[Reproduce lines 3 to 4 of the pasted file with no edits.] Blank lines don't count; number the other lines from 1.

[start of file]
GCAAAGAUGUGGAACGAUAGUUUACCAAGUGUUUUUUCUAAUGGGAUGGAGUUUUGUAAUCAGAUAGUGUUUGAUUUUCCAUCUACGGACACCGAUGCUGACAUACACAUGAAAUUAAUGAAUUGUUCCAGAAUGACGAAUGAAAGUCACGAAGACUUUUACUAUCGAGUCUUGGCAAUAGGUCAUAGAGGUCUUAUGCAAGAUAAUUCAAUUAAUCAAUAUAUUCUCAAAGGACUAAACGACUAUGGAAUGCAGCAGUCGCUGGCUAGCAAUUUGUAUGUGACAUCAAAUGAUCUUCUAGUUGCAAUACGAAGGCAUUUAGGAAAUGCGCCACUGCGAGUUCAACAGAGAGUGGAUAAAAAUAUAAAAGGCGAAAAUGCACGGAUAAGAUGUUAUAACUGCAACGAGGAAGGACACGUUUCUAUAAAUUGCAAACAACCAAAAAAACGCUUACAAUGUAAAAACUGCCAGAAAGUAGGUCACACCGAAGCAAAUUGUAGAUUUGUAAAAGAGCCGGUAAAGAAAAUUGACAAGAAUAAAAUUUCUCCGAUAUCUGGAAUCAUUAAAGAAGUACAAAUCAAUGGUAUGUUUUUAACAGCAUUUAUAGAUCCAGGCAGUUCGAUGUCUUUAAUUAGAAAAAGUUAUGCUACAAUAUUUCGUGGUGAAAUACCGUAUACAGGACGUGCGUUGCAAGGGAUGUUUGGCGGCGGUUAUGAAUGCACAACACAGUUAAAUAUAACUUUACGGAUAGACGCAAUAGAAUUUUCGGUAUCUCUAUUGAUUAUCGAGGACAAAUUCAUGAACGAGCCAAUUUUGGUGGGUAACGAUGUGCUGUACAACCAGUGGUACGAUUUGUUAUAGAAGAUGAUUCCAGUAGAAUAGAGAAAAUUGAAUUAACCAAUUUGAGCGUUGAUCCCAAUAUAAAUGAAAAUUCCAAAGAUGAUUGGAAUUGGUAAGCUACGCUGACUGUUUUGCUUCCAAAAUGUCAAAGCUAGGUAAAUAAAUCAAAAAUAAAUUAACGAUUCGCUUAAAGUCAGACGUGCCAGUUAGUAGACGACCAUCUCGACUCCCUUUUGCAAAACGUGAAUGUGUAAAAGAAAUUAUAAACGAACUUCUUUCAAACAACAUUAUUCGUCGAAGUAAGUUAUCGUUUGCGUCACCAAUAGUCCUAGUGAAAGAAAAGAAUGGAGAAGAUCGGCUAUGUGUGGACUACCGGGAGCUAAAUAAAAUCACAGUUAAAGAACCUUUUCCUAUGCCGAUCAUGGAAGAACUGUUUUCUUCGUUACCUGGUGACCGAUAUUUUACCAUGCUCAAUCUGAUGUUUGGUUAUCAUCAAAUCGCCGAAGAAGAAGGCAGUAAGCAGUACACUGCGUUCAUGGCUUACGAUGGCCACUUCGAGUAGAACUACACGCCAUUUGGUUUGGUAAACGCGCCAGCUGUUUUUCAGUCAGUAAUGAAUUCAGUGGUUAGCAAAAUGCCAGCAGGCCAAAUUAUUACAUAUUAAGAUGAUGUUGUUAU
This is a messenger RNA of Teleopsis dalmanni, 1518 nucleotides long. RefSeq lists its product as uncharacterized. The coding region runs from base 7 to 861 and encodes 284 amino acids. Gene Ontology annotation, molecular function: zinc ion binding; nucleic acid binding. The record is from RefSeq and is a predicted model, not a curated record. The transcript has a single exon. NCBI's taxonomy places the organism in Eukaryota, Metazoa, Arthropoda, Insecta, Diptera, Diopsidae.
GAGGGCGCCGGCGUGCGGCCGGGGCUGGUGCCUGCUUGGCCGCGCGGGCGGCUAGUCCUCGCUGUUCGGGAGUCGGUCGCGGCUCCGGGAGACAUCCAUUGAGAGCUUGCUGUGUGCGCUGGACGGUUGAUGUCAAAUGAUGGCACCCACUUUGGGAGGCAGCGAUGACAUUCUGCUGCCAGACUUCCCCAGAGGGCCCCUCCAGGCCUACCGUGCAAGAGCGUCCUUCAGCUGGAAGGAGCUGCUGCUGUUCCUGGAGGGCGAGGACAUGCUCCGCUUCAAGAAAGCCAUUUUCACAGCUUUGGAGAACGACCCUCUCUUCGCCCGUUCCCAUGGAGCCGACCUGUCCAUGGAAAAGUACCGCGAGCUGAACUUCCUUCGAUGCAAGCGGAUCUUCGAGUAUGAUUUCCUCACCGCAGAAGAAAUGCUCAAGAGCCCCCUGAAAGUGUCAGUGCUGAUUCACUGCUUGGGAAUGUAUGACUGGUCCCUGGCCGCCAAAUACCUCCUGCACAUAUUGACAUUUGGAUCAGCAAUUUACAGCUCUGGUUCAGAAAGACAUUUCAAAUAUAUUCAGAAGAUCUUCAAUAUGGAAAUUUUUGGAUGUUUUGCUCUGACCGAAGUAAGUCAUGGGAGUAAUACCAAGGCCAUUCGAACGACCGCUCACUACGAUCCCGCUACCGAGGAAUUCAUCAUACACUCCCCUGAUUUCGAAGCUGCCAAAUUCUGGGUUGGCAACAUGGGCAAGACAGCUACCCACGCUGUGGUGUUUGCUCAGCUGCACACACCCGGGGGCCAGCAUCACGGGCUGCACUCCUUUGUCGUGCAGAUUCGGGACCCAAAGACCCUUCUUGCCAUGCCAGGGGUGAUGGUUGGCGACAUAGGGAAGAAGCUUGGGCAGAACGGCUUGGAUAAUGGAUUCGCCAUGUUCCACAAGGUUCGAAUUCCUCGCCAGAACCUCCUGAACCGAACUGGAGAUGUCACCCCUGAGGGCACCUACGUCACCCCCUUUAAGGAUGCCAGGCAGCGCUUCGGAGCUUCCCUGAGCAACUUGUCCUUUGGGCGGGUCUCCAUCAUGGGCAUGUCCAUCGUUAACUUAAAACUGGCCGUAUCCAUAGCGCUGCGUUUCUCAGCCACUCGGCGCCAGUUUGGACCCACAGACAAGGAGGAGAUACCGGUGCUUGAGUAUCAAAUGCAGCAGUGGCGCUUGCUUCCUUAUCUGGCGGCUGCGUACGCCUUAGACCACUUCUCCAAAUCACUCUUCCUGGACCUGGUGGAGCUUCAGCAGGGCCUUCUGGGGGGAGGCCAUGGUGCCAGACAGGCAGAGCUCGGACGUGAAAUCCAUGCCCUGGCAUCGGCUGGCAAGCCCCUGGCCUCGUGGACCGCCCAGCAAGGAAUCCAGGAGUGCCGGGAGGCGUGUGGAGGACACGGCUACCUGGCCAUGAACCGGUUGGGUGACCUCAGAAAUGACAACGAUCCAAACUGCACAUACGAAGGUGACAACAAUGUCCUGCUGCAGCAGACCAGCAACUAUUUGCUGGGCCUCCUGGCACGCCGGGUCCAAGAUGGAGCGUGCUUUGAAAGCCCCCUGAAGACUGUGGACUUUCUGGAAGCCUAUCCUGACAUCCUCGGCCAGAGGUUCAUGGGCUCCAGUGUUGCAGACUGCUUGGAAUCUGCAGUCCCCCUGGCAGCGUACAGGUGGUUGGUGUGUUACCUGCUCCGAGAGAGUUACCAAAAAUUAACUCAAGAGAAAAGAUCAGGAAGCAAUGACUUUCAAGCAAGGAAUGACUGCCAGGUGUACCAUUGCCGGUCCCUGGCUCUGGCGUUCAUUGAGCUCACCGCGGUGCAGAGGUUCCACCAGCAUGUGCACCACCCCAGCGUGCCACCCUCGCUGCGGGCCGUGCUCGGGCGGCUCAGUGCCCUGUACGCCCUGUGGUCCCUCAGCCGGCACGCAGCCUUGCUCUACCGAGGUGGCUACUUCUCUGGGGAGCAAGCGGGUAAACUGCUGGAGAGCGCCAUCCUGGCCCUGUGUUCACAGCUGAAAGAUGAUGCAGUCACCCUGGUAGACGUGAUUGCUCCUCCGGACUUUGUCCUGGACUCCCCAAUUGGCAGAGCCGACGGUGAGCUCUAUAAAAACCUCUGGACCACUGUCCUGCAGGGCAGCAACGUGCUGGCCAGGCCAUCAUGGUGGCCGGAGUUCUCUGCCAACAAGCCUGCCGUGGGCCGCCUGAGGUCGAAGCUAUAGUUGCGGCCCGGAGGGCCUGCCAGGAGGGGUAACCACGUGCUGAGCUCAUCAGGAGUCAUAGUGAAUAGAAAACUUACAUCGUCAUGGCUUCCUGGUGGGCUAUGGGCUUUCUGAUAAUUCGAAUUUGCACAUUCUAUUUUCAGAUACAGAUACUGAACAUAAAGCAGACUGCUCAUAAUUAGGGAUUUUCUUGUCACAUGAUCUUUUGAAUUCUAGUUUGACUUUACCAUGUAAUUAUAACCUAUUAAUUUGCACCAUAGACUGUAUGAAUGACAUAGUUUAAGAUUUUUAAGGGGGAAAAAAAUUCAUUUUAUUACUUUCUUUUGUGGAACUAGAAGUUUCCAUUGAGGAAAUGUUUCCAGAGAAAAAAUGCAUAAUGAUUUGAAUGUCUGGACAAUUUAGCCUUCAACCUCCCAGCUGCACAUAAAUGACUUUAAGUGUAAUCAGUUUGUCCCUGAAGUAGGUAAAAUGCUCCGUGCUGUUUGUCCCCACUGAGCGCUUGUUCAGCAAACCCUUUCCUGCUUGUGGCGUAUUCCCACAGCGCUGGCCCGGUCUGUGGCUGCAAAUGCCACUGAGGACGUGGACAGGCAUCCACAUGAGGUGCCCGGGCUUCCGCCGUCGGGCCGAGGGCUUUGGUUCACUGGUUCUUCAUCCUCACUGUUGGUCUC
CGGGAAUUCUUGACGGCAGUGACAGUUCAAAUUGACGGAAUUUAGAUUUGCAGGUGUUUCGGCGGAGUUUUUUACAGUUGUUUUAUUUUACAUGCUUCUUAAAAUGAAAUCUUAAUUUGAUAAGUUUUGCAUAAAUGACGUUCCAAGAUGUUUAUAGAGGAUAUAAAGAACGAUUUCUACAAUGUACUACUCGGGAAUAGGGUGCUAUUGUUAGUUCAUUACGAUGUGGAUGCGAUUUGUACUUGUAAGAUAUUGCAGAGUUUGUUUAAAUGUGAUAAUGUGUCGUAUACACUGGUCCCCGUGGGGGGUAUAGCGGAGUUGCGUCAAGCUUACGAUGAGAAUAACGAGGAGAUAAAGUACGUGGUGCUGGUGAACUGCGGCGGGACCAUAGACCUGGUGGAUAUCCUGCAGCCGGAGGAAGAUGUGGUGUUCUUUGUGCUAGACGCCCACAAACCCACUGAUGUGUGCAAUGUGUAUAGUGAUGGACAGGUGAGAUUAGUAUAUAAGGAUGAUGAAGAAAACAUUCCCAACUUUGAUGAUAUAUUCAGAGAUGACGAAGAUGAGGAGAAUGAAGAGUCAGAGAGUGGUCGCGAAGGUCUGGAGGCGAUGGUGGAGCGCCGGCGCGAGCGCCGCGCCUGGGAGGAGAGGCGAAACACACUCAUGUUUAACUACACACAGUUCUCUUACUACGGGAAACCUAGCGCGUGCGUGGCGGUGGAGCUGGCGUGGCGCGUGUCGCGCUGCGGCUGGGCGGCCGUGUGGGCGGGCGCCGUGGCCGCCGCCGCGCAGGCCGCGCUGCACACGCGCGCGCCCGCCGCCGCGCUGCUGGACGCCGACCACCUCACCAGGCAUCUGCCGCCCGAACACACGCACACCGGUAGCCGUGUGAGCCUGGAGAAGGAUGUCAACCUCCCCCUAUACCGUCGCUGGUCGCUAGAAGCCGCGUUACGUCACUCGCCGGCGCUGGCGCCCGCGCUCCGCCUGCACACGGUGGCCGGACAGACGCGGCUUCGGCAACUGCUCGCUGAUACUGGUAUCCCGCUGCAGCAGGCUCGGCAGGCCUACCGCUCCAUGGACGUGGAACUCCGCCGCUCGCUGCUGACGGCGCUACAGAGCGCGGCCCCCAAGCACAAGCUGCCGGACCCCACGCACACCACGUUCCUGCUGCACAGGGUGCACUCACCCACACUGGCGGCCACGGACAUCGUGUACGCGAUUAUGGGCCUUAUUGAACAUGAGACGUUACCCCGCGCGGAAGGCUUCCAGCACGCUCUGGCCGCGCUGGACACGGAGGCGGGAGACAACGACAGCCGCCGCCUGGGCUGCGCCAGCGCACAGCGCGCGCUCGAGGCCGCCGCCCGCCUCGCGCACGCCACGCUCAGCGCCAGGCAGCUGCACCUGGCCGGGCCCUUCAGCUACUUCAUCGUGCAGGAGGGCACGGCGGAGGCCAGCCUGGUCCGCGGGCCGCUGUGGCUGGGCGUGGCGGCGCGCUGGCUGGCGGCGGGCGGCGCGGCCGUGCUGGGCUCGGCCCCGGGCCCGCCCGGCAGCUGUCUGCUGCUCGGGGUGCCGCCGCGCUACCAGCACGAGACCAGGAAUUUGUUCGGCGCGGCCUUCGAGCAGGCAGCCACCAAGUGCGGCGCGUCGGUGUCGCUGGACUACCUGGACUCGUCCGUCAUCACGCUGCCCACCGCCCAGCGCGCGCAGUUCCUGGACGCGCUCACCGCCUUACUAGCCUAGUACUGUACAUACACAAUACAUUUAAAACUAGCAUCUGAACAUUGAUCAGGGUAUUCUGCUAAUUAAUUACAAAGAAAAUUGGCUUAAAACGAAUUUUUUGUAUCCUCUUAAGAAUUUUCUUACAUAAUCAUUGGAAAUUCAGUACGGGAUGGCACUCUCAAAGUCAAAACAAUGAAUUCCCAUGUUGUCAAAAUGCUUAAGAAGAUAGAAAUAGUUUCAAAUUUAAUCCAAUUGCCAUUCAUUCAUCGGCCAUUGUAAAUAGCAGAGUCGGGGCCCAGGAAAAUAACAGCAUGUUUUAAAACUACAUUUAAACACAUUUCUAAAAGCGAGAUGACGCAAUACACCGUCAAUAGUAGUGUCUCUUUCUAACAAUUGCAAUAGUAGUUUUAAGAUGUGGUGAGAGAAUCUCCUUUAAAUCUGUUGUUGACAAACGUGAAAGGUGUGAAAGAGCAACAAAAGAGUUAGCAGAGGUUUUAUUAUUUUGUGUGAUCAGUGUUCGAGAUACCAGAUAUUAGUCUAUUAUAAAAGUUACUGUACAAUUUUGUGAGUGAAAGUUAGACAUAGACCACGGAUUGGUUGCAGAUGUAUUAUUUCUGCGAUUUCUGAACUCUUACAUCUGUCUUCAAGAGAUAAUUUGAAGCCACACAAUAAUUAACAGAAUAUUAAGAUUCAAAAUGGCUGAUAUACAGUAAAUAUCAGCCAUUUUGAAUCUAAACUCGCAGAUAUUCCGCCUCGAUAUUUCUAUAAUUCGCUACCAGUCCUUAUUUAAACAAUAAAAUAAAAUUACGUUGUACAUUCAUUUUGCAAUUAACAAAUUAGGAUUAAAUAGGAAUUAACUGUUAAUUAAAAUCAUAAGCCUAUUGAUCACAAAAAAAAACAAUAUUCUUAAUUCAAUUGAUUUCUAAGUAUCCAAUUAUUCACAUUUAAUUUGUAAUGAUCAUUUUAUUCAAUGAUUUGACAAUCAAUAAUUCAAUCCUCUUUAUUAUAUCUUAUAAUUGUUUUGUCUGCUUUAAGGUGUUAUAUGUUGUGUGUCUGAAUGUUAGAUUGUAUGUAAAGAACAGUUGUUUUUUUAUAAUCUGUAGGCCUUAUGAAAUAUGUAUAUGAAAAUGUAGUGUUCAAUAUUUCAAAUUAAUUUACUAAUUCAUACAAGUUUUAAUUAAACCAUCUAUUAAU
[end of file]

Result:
GAGGGCGCCGGCGUGCGGCCGGGGCUGGUGCCUGCUUGGCCGCGCGGGCGGCUAGUCCUCGCUGUUCGGGAGUCGGUCGCGGCUCCGGGAGACAUCCAUUGAGAGCUUGCUGUGUGCGCUGGACGGUUGAUGUCAAAUGAUGGCACCCACUUUGGGAGGCAGCGAUGACAUUCUGCUGCCAGACUUCCCCAGAGGGCCCCUCCAGGCCUACCGUGCAAGAGCGUCCUUCAGCUGGAAGGAGCUGCUGCUGUUCCUGGAGGGCGAGGACAUGCUCCGCUUCAAGAAAGCCAUUUUCACAGCUUUGGAGAACGACCCUCUCUUCGCCCGUUCCCAUGGAGCCGACCUGUCCAUGGAAAAGUACCGCGAGCUGAACUUCCUUCGAUGCAAGCGGAUCUUCGAGUAUGAUUUCCUCACCGCAGAAGAAAUGCUCAAGAGCCCCCUGAAAGUGUCAGUGCUGAUUCACUGCUUGGGAAUGUAUGACUGGUCCCUGGCCGCCAAAUACCUCCUGCACAUAUUGACAUUUGGAUCAGCAAUUUACAGCUCUGGUUCAGAAAGACAUUUCAAAUAUAUUCAGAAGAUCUUCAAUAUGGAAAUUUUUGGAUGUUUUGCUCUGACCGAAGUAAGUCAUGGGAGUAAUACCAAGGCCAUUCGAACGACCGCUCACUACGAUCCCGCUACCGAGGAAUUCAUCAUACACUCCCCUGAUUUCGAAGCUGCCAAAUUCUGGGUUGGCAACAUGGGCAAGACAGCUACCCACGCUGUGGUGUUUGCUCAGCUGCACACACCCGGGGGCCAGCAUCACGGGCUGCACUCCUUUGUCGUGCAGAUUCGGGACCCAAAGACCCUUCUUGCCAUGCCAGGGGUGAUGGUUGGCGACAUAGGGAAGAAGCUUGGGCAGAACGGCUUGGAUAAUGGAUUCGCCAUGUUCCACAAGGUUCGAAUUCCUCGCCAGAACCUCCUGAACCGAACUGGAGAUGUCACCCCUGAGGGCACCUACGUCACCCCCUUUAAGGAUGCCAGGCAGCGCUUCGGAGCUUCCCUGAGCAACUUGUCCUUUGGGCGGGUCUCCAUCAUGGGCAUGUCCAUCGUUAACUUAAAACUGGCCGUAUCCAUAGCGCUGCGUUUCUCAGCCACUCGGCGCCAGUUUGGACCCACAGACAAGGAGGAGAUACCGGUGCUUGAGUAUCAAAUGCAGCAGUGGCGCUUGCUUCCUUAUCUGGCGGCUGCGUACGCCUUAGACCACUUCUCCAAAUCACUCUUCCUGGACCUGGUGGAGCUUCAGCAGGGCCUUCUGGGGGGAGGCCAUGGUGCCAGACAGGCAGAGCUCGGACGUGAAAUCCAUGCCCUGGCAUCGGCUGGCAAGCCCCUGGCCUCGUGGACCGCCCAGCAAGGAAUCCAGGAGUGCCGGGAGGCGUGUGGAGGACACGGCUACCUGGCCAUGAACCGGUUGGGUGACCUCAGAAAUGACAACGAUCCAAACUGCACAUACGAAGGUGACAACAAUGUCCUGCUGCAGCAGACCAGCAACUAUUUGCUGGGCCUCCUGGCACGCCGGGUCCAAGAUGGAGCGUGCUUUGAAAGCCCCCUGAAGACUGUGGACUUUCUGGAAGCCUAUCCUGACAUCCUCGGCCAGAGGUUCAUGGGCUCCAGUGUUGCAGACUGCUUGGAAUCUGCAGUCCCCCUGGCAGCGUACAGGUGGUUGGUGUGUUACCUGCUCCGAGAGAGUUACCAAAAAUUAACUCAAGAGAAAAGAUCAGGAAGCAAUGACUUUCAAGCAAGGAAUGACUGCCAGGUGUACCAUUGCCGGUCCCUGGCUCUGGCGUUCAUUGAGCUCACCGCGGUGCAGAGGUUCCACCAGCAUGUGCACCACCCCAGCGUGCCACCCUCGCUGCGGGCCGUGCUCGGGCGGCUCAGUGCCCUGUACGCCCUGUGGUCCCUCAGCCGGCACGCAGCCUUGCUCUACCGAGGUGGCUACUUCUCUGGGGAGCAAGCGGGUAAACUGCUGGAGAGCGCCAUCCUGGCCCUGUGUUCACAGCUGAAAGAUGAUGCAGUCACCCUGGUAGACGUGAUUGCUCCUCCGGACUUUGUCCUGGACUCCCCAAUUGGCAGAGCCGACGGUGAGCUCUAUAAAAACCUCUGGACCACUGUCCUGCAGGGCAGCAACGUGCUGGCCAGGCCAUCAUGGUGGCCGGAGUUCUCUGCCAACAAGCCUGCCGUGGGCCGCCUGAGGUCGAAGCUAUAGUUGCGGCCCGGAGGGCCUGCCAGGAGGGGUAACCACGUGCUGAGCUCAUCAGGAGUCAUAGUGAAUAGAAAACUUACAUCGUCAUGGCUUCCUGGUGGGCUAUGGGCUUUCUGAUAAUUCGAAUUUGCACAUUCUAUUUUCAGAUACAGAUACUGAACAUAAAGCAGACUGCUCAUAAUUAGGGAUUUUCUUGUCACAUGAUCUUUUGAAUUCUAGUUUGACUUUACCAUGUAAUUAUAACCUAUUAAUUUGCACCAUAGACUGUAUGAAUGACAUAGUUUAAGAUUUUUAAGGGGGAAAAAAAUUCAUUUUAUUACUUUCUUUUGUGGAACUAGAAGUUUCCAUUGAGGAAAUGUUUCCAGAGAAAAAAUGCAUAAUGAUUUGAAUGUCUGGACAAUUUAGCCUUCAACCUCCCAGCUGCACAUAAAUGACUUUAAGUGUAAUCAGUUUGUCCCUGAAGUAGGUAAAAUGCUCCGUGCUGUUUGUCCCCACUGAGCGCUUGUUCAGCAAACCCUUUCCUGCUUGUGGCGUAUUCCCACAGCGCUGGCCCGGUCUGUGGCUGCAAAUGCCACUGAGGACGUGGACAGGCAUCCACAUGAGGUGCCCGGGCUUCCGCCGUCGGGCCGAGGGCUUUGGUUCACUGGUUCUUCAUCCUCACUGUUGGUCUC
CGGGAAUUCUUGACGGCAGUGACAGUUCAAAUUGACGGAAUUUAGAUUUGCAGGUGUUUCGGCGGAGUUUUUUACAGUUGUUUUAUUUUACAUGCUUCUUAAAAUGAAAUCUUAAUUUGAUAAGUUUUGCAUAAAUGACGUUCCAAGAUGUUUAUAGAGGAUAUAAAGAACGAUUUCUACAAUGUACUACUCGGGAAUAGGGUGCUAUUGUUAGUUCAUUACGAUGUGGAUGCGAUUUGUACUUGUAAGAUAUUGCAGAGUUUGUUUAAAUGUGAUAAUGUGUCGUAUACACUGGUCCCCGUGGGGGGUAUAGCGGAGUUGCGUCAAGCUUACGAUGAGAAUAACGAGGAGAUAAAGUACGUGGUGCUGGUGAACUGCGGCGGGACCAUAGACCUGGUGGAUAUCCUGCAGCCGGAGGAAGAUGUGGUGUUCUUUGUGCUAGACGCCCACAAACCCACUGAUGUGUGCAAUGUGUAUAGUGAUGGACAGGUGAGAUUAGUAUAUAAGGAUGAUGAAGAAAACAUUCCCAACUUUGAUGAUAUAUUCAGAGAUGACGAAGAUGAGGAGAAUGAAGAGUCAGAGAGUGGUCGCGAAGGUCUGGAGGCGAUGGUGGAGCGCCGGCGCGAGCGCCGCGCCUGGGAGGAGAGGCGAAACACACUCAUGUUUAACUACACACAGUUCUCUUACUACGGGAAACCUAGCGCGUGCGUGGCGGUGGAGCUGGCGUGGCGCGUGUCGCGCUGCGGCUGGGCGGCCGUGUGGGCGGGCGCCGUGGCCGCCGCCGCGCAGGCCGCGCUGCACACGCGCGCGCCCGCCGCCGCGCUGCUGGACGCCGACCACCUCACCAGGCAUCUGCCGCCCGAACACACGCACACCGGUAGCCGUGUGAGCCUGGAGAAGGAUGUCAACCUCCCCCUAUACCGUCGCUGGUCGCUAGAAGCCGCGUUACGUCACUCGCCGGCGCUGGCGCCCGCGCUCCGCCUGCACACGGUGGCCGGACAGACGCGGCUUCGGCAACUGCUCGCUGAUACUGGUAUCCCGCUGCAGCAGGCUCGGCAGGCCUACCGCUCCAUGGACGUGGAACUCCGCCGCUCGCUGCUGACGGCGCUACAGAGCGCGGCCCCCAAGCACAAGCUGCCGGACCCCACGCACACCACGUUCCUGCUGCACAGGGUGCACUCACCCACACUGGCGGCCACGGACAUCGUGUACGCGAUUAUGGGCCUUAUUGAACAUGAGACGUUACCCCGCGCGGAAGGCUUCCAGCACGCUCUGGCCGCGCUGGACACGGAGGCGGGAGACAACGACAGCCGCCGCCUGGGCUGCGCCAGCGCACAGCGCGCGCUCGAGGCCGCCGCCCGCCUCGCGCACGCCACGCUCAGCGCCAGGCAGCUGCACCUGGCCGGGCCCUUCAGCUACUUCAUCGUGCAGGAGGGCACGGCGGAGGCCAGCCUGGUCCGCGGGCCGCUGUGGCUGGGCGUGGCGGCGCGCUGGCUGGCGGCGGGCGGCGCGGCCGUGCUGGGCUCGGCCCCGGGCCCGCCCGGCAGCUGUCUGCUGCUCGGGGUGCCGCCGCGCUACCAGCACGAGACCAGGAAUUUGUUCGGCGCGGCCUUCGAGCAGGCAGCCACCAAGUGCGGCGCGUCGGUGUCGCUGGACUACCUGGACUCGUCCGUCAUCACGCUGCCCACCGCCCAGCGCGCGCAGUUCCUGGACGCGCUCACCGCCUUACUAGCCUAGUACUGUACAUACACAAUACAUUUAAAACUAGCAUCUGAACAUUGAUCAGGGUAUUCUGCUAAUUAAUUACAAAGAAAAUUGGCUUAAAACGAAUUUUUUGUAUCCUCUUAAGAAUUUUCUUACAUAAUCAUUGGAAAUUCAGUACGGGAUGGCACUCUCAAAGUCAAAACAAUGAAUUCCCAUGUUGUCAAAAUGCUUAAGAAGAUAGAAAUAGUUUCAAAUUUAAUCCAAUUGCCAUUCAUUCAUCGGCCAUUGUAAAUAGCAGAGUCGGGGCCCAGGAAAAUAACAGCAUGUUUUAAAACUACAUUUAAACACAUUUCUAAAAGCGAGAUGACGCAAUACACCGUCAAUAGUAGUGUCUCUUUCUAACAAUUGCAAUAGUAGUUUUAAGAUGUGGUGAGAGAAUCUCCUUUAAAUCUGUUGUUGACAAACGUGAAAGGUGUGAAAGAGCAACAAAAGAGUUAGCAGAGGUUUUAUUAUUUUGUGUGAUCAGUGUUCGAGAUACCAGAUAUUAGUCUAUUAUAAAAGUUACUGUACAAUUUUGUGAGUGAAAGUUAGACAUAGACCACGGAUUGGUUGCAGAUGUAUUAUUUCUGCGAUUUCUGAACUCUUACAUCUGUCUUCAAGAGAUAAUUUGAAGCCACACAAUAAUUAACAGAAUAUUAAGAUUCAAAAUGGCUGAUAUACAGUAAAUAUCAGCCAUUUUGAAUCUAAACUCGCAGAUAUUCCGCCUCGAUAUUUCUAUAAUUCGCUACCAGUCCUUAUUUAAACAAUAAAAUAAAAUUACGUUGUACAUUCAUUUUGCAAUUAACAAAUUAGGAUUAAAUAGGAAUUAACUGUUAAUUAAAAUCAUAAGCCUAUUGAUCACAAAAAAAAACAAUAUUCUUAAUUCAAUUGAUUUCUAAGUAUCCAAUUAUUCACAUUUAAUUUGUAAUGAUCAUUUUAUUCAAUGAUUUGACAAUCAAUAAUUCAAUCCUCUUUAUUAUAUCUUAUAAUUGUUUUGUCUGCUUUAAGGUGUUAUAUGUUGUGUGUCUGAAUGUUAGAUUGUAUGUAAAGAACAGUUGUUUUUUUAUAAUCUGUAGGCCUUAUGAAAUAUGUAUAUGAAAAUGUAGUGUUCAAUAUUUCAAAUUAAUUUACUAAUUCAUACAAGUUUUAAUUAAACCAUCUAUUAAU